I would support local, state and federal legislation treating drug addiction as a public health issue. Instead of incarcerating people for using drugs, the legislation would expand opportunities for treatment and counseling. I would support legislation regulating methadone treatment centers to ensure that they are not concentrated in just low-income, black communities. Additionally, the legislation would ensure that methadone clinics are regulated in such a way to prevent them from becoming public nuisances.

In addition, although I view drug addiction as a public health issue, we must shut down open air drug markets by passing laws calling for the strict enforcement of anti-loitering laws. Furthermore, I fully support the commissioner’s plan to disrupt and eliminate the top 25 violent street gangs. Many of those gangs sell lethal drugs such as fentanyl.


How do you propose Baltimore pay for its expected share of the Kirwan education commission reforms?

I support calls to review the budgets of all city agencies, including the Baltimore City Police Department. Non-essential items must be cut to fulfill the Kirwan Commission reforms. Equally as important, we must renegotiate the Payment in Lieu of Taxes (“PILOT”) agreements. As previously stated, we must ensure that non-profits like John Hopkins pay their fair share. Millions of dollars could be funneled to Baltimore City public schools.


What are the overlooked opportunities for economic development and job creation in Baltimore, and how will you encourage their implementation?

The York Road corridor is an opportunity for development and job creation. When elected, I will continue the City Councilman Bill Henry’s effort to form the York Road Business Improvement District. I will work with all of the neighborhood associations and lead the effort to persuade commercial property owners to support creation of the District.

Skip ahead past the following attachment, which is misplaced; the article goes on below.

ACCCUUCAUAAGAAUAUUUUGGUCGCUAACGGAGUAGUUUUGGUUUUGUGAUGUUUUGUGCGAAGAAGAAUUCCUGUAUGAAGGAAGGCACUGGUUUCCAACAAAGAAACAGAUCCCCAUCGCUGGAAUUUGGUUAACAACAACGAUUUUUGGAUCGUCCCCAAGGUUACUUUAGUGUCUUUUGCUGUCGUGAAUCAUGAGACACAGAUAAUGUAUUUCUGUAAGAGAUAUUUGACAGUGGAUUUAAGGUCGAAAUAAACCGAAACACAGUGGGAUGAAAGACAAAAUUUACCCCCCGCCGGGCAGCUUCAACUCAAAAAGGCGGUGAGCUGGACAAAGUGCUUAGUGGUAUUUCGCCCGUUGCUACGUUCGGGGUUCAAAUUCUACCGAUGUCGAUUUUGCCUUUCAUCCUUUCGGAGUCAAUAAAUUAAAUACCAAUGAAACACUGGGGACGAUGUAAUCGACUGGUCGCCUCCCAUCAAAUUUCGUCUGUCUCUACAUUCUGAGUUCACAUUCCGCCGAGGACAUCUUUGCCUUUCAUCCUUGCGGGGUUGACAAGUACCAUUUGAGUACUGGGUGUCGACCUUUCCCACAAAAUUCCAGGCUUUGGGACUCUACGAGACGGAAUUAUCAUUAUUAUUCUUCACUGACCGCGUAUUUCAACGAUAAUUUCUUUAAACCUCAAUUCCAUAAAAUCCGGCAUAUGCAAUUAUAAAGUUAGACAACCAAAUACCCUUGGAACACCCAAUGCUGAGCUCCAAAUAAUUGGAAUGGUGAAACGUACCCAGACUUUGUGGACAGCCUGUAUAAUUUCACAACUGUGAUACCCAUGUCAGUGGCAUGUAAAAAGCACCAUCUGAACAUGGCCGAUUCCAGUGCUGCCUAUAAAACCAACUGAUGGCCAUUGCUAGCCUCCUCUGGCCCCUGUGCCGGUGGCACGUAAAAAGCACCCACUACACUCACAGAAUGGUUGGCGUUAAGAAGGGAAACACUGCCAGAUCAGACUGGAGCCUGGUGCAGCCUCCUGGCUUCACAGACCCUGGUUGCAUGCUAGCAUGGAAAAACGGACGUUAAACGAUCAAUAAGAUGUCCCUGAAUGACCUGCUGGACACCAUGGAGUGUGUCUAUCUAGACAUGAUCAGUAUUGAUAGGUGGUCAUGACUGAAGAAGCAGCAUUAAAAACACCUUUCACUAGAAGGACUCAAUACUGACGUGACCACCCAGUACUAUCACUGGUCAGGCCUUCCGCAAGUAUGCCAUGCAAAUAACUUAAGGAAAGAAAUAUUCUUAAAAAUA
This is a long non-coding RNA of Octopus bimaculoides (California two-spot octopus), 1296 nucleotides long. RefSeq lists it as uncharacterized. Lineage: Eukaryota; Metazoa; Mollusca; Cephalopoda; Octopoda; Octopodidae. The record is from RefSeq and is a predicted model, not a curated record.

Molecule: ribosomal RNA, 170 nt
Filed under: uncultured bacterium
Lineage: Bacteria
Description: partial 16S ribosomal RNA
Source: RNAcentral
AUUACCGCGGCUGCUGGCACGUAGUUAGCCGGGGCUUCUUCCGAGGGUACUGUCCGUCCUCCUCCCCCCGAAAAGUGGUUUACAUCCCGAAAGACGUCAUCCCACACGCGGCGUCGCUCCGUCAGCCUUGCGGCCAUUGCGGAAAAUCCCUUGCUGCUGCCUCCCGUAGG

Is the current structure of the City Council, and the balance of power between the mayor and council members, appropriate, and why or why not? If you would seek to change it, what would your model look like?

No. The current structure of the city government must be reformed because it gives too much power to the mayor. The City Council and the mayor should have equal power. I support City Council’s proposed reforms such as granting the City Council the power to add items of appropriation to the budget, decreasing the number of votes from 12 to 10 to override the mayor’s veto, granting the Council more authority to define the roles of city agencies, granting the City Council the power to remove the mayor and other members for ethical violations, and restructuring the Board of Estimates by eliminating the mayor’s appointees to the Board.


What are the most important issues the council has dealt with in the last four years? Name several smart decisions and several not-so-smart choices members have made.

The Council has dealt with and/or is dealing with important issues such as ethics reforms, water bills, local labor requirements, public safety, local hiring, union agreements, sewage backup, minimum wage increases, plastic bags ban, hair discrimination and other issues. The Council has made some smart decisions. However, some of their legislation, such as the Water Accountability Act, does not go far enough.


What weaknesses do you see in the delivery of city services? What can be done to improve response time and resident satisfaction?

The City fails to promptly respond to requests to deal with illegal dumping and dilapidated, vacant buildings. The city fails to adequately address the problem of littering. I support doubling number of trash collection days and doubling fines and penalties for littering and dumping.

Recommended on Baltimore Sun